Love Does No Wrong



For the commandments, “You shall not commit adultery, You shall not murder, You shall not steal, You shall not covet,” and any other commandment, are summed up in this word: “You shall love your neighbor as yourself. Love does no wrong to a neighbor, therefore love is the fulfilling of the law.” Romans 13:9-10

Beloved,

When I first became a public school teacher, I was trained that all of my classroom rules should be stated positively. Since children responded better to positive directs, I was told to change the negative rules, like “No talking during the teacher’s instruction,” to “Listen when the teacher is talking.” In the Romans 13, Paul takes the negatively statements of the Ten Commandments and sums them up in a positive command. All of the Ten Commandments are summed up in this word: “You shall love your neighbor as yourself.” He goes on to say, “love does no wrong to a neighbor” for love fulfills the law. Paul summarizes the principle taught by Jesus in the Sermon on the Mount where Jesus takes the Ten Commandments and teaches their true meaning. Matthew 5:21-22, “You have heard that it was said, ‘You shall not murder….’ But I say to you that do not be angry (paraphrased).” The Pharisees were looking at the letter of the Law, but did not understand the Spirit of the Law.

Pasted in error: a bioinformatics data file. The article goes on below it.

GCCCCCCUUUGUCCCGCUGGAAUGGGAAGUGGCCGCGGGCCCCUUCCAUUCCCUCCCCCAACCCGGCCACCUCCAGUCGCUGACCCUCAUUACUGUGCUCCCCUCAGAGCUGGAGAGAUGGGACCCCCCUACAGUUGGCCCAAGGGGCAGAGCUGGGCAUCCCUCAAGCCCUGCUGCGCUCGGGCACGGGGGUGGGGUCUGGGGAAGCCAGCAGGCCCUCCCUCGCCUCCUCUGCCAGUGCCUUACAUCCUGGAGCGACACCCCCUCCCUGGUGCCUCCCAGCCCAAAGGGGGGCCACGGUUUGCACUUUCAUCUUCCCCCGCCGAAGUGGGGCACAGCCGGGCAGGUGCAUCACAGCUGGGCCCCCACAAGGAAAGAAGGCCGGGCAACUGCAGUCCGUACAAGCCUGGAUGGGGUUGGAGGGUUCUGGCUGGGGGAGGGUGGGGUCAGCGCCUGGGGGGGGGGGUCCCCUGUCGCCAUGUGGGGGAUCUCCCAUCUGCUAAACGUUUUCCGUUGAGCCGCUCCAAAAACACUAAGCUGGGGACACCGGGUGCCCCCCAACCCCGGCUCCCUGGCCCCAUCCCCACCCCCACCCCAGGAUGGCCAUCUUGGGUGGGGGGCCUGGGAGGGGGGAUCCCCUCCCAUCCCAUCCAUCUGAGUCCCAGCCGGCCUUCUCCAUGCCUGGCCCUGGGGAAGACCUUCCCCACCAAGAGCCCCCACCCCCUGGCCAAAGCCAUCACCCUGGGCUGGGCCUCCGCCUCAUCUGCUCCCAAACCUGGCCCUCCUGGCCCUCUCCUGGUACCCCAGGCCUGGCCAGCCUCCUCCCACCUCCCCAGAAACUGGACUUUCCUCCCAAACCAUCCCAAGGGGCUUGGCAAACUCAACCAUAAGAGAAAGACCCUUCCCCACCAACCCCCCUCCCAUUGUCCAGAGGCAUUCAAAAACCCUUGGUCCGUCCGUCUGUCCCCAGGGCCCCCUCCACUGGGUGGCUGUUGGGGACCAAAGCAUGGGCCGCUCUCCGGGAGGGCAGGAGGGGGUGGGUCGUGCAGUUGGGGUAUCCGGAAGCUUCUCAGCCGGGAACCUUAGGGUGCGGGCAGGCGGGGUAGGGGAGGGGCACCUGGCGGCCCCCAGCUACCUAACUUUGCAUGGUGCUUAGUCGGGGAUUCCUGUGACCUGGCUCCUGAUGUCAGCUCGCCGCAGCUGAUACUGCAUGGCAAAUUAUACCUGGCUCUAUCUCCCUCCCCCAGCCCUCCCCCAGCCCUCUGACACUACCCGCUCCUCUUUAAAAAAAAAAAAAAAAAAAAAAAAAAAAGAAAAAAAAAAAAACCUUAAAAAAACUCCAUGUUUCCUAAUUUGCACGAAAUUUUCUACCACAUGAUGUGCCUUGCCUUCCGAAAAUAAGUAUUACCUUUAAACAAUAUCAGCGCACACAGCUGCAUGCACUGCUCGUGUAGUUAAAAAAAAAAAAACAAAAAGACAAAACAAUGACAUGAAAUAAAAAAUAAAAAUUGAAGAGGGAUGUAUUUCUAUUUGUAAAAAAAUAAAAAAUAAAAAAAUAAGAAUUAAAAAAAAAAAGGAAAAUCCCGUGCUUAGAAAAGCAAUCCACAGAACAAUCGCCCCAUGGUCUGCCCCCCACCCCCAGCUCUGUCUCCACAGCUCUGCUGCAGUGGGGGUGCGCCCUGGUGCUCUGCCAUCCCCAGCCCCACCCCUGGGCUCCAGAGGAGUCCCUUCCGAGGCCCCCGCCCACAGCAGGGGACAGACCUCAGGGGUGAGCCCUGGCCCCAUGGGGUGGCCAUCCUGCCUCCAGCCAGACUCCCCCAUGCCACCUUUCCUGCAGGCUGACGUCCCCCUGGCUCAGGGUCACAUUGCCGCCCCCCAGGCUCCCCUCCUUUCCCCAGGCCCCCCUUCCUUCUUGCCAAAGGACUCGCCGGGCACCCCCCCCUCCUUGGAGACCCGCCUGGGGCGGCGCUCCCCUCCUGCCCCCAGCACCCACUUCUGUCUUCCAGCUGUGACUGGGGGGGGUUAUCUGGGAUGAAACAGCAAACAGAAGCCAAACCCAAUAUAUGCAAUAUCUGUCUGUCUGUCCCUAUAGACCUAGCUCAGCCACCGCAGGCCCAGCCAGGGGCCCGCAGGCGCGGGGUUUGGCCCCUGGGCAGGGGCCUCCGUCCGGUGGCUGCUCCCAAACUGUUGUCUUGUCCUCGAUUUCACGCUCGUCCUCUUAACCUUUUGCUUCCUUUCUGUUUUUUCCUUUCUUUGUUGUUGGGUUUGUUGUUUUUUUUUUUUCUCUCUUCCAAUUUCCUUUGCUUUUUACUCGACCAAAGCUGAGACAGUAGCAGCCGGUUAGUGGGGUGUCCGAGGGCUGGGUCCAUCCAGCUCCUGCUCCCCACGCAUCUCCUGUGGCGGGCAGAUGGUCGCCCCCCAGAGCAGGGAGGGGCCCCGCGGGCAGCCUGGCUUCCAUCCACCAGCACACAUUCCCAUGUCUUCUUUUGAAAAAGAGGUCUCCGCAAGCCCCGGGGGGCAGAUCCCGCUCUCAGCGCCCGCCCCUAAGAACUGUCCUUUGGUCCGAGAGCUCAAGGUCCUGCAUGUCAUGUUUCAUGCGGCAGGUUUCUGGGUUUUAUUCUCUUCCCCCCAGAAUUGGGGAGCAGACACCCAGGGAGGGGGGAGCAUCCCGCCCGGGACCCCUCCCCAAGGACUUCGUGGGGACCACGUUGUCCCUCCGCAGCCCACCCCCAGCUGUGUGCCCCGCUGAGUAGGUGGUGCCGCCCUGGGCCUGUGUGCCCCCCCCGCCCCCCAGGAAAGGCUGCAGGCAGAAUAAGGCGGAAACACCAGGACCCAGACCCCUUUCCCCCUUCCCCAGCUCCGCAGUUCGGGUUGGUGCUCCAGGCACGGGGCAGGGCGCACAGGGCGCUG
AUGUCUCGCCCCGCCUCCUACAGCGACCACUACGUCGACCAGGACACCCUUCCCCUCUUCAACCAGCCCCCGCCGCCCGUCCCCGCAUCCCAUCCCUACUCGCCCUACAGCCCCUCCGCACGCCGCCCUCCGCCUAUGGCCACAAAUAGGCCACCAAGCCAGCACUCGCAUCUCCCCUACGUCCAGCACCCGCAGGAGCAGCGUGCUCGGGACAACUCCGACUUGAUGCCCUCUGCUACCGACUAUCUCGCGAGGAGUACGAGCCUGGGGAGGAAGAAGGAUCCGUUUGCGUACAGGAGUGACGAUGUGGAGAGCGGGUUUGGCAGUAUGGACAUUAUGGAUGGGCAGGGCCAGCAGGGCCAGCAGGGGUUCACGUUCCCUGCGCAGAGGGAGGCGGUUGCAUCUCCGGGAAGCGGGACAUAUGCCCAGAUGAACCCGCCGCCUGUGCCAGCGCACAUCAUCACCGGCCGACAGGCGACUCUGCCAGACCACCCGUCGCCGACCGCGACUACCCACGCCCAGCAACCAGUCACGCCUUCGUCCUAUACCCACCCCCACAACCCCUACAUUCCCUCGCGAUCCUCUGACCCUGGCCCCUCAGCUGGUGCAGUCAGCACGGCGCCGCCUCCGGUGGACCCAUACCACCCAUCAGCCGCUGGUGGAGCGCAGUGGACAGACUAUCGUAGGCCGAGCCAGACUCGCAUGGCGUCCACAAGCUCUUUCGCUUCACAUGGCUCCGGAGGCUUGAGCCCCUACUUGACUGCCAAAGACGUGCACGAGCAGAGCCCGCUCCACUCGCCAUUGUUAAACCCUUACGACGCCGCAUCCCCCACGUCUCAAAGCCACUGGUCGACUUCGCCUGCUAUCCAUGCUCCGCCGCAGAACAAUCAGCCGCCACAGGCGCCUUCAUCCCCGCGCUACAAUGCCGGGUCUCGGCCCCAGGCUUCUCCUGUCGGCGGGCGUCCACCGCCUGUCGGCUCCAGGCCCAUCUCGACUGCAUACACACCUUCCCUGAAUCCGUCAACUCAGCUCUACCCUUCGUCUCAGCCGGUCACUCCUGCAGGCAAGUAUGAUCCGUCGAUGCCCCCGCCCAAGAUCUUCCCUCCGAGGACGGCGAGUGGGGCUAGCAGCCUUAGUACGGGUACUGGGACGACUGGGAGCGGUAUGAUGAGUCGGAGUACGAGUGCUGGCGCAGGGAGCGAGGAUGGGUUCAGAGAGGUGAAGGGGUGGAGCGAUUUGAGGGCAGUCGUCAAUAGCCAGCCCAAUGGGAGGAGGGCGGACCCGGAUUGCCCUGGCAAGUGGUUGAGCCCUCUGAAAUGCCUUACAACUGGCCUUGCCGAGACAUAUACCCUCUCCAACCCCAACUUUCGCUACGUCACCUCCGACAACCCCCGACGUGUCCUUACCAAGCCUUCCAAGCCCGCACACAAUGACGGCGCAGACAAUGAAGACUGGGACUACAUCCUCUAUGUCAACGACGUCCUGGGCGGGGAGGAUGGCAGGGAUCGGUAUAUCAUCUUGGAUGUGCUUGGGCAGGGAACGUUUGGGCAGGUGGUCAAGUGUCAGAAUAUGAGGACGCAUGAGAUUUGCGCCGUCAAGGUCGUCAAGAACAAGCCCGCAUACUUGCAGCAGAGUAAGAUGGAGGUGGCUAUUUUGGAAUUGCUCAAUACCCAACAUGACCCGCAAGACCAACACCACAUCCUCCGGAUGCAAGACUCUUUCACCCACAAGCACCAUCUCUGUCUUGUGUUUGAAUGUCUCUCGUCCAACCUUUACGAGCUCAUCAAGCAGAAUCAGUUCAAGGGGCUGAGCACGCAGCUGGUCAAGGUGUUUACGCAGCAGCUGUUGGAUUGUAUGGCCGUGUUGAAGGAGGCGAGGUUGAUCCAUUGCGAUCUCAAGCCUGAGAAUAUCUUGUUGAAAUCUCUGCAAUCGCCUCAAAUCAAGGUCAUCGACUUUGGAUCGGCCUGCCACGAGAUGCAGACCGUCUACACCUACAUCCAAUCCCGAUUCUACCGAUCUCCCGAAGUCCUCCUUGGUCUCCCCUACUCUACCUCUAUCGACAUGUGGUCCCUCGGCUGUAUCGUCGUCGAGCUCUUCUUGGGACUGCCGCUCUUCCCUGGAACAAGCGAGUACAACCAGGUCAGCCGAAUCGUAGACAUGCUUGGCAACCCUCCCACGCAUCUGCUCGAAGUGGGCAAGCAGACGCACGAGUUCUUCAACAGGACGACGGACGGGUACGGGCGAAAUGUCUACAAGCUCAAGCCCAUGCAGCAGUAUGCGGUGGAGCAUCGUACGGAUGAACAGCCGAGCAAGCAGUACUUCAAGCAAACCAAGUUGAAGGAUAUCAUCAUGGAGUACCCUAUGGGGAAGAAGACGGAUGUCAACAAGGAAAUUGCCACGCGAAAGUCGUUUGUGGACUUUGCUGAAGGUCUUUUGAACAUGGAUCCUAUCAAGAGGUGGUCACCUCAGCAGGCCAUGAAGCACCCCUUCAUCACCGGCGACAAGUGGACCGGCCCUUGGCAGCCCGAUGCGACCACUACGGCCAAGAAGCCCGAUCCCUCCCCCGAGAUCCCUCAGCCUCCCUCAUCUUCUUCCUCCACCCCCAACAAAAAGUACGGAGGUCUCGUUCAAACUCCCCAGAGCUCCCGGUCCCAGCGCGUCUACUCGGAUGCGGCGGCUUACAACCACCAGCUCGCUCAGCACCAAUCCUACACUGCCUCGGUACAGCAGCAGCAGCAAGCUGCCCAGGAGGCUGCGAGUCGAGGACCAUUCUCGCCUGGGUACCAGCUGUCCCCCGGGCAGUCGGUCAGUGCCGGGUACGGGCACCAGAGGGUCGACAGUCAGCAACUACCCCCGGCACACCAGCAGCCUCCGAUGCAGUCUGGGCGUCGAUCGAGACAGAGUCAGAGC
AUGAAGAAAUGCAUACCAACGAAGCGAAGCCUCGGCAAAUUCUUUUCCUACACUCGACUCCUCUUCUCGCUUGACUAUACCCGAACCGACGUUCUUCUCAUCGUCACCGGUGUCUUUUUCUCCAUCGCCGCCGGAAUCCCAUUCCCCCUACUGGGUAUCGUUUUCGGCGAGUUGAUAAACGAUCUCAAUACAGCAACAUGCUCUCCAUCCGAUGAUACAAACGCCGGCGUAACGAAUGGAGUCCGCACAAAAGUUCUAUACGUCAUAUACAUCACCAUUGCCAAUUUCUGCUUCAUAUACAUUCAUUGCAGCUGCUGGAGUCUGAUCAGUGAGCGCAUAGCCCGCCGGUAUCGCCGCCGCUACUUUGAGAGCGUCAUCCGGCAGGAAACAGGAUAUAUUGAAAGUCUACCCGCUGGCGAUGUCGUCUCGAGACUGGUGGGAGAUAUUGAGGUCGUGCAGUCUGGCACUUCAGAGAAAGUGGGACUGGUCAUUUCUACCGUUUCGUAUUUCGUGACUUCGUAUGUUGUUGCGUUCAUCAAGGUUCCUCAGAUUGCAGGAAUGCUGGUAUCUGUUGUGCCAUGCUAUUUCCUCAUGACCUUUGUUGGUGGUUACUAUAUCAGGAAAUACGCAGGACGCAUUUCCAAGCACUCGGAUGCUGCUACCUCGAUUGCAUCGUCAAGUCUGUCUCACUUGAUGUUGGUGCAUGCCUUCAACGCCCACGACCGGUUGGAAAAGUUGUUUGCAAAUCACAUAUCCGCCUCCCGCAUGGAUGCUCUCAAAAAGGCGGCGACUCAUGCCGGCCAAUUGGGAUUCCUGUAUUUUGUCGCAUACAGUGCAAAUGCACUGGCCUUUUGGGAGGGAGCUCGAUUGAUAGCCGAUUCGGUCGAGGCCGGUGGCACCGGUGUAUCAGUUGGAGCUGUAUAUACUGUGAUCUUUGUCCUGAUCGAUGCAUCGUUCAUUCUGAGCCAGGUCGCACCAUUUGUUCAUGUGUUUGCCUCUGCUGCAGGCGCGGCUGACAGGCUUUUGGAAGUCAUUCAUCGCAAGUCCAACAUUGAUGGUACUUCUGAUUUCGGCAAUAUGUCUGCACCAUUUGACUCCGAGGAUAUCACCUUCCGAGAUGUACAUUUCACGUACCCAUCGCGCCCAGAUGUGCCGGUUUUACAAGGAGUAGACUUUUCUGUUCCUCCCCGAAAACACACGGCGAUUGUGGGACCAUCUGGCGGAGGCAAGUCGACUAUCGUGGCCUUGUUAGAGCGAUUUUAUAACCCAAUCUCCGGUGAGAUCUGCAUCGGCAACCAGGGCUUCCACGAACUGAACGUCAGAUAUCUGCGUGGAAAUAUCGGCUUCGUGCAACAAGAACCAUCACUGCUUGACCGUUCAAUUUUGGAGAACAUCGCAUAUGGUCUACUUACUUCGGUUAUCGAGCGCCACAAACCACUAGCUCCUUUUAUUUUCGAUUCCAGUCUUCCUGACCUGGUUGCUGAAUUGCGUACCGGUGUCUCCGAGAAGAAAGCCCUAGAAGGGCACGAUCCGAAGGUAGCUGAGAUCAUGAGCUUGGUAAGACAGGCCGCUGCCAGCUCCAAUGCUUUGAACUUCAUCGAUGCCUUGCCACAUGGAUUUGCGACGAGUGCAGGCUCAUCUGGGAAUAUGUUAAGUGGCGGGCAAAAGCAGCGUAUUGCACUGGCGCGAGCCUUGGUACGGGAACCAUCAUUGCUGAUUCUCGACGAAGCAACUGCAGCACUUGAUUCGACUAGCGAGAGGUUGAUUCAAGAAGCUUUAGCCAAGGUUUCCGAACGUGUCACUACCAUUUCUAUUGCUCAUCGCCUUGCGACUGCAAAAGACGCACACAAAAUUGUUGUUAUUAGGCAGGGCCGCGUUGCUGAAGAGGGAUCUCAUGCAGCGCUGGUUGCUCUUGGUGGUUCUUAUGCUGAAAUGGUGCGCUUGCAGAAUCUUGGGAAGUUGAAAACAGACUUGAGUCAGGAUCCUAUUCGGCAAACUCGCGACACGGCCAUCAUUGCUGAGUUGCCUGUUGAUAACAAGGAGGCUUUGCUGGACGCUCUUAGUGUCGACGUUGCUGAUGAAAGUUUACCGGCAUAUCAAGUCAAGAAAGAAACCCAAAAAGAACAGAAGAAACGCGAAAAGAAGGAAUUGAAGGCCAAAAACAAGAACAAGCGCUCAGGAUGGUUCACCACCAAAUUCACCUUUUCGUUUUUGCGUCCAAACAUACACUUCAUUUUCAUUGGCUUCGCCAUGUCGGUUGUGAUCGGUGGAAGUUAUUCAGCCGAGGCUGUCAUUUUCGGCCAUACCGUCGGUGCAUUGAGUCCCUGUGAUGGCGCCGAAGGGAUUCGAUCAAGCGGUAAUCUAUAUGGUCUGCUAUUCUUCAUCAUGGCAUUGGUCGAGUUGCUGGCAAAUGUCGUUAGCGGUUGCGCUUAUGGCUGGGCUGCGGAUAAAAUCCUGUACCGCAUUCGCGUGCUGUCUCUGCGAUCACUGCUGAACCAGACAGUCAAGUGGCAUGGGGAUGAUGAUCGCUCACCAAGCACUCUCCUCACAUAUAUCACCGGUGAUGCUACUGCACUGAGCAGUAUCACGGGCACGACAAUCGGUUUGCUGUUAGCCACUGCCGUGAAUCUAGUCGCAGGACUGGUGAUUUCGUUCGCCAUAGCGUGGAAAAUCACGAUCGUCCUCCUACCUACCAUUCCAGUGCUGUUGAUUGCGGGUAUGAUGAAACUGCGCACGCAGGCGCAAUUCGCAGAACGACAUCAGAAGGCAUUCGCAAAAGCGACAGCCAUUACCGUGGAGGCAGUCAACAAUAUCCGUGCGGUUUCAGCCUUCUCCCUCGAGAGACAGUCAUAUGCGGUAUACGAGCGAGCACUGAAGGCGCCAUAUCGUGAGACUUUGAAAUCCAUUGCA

The only way we can truly honor the Ten Commandments is to love our neighbor as ourselves. We are commanded to love our neighbors in such a way that our conduct and our inner thoughts do them no wrong. No fallen human being has ever perfectly kept the law. We all have done wrong to our neighbor, but the “New Adam”, Jesus Christ, perfectly fulfilled the law in his love in doing no wrong to his neighbor. His love fulfilled the law. He came to show how his people love and to enable his people to love. The law condemned us, but Christ has set us free. “For the law of the Spirit of life has set you free in Christ Jesus from the law of sin and death (Rom. 8:2).” You have died to the law through Christ so that, “you may belong to another, to him who has been raised from the dead, in order that we may bear fruit for God (Rom. 7:4).”

Beloved, we have been set free to love. You shall not do wrong to your neighbor in adultery, murder, stealing, or coveting, but you are to love them as Christ has loved you.

Steven Brazzell

Charlotte, NC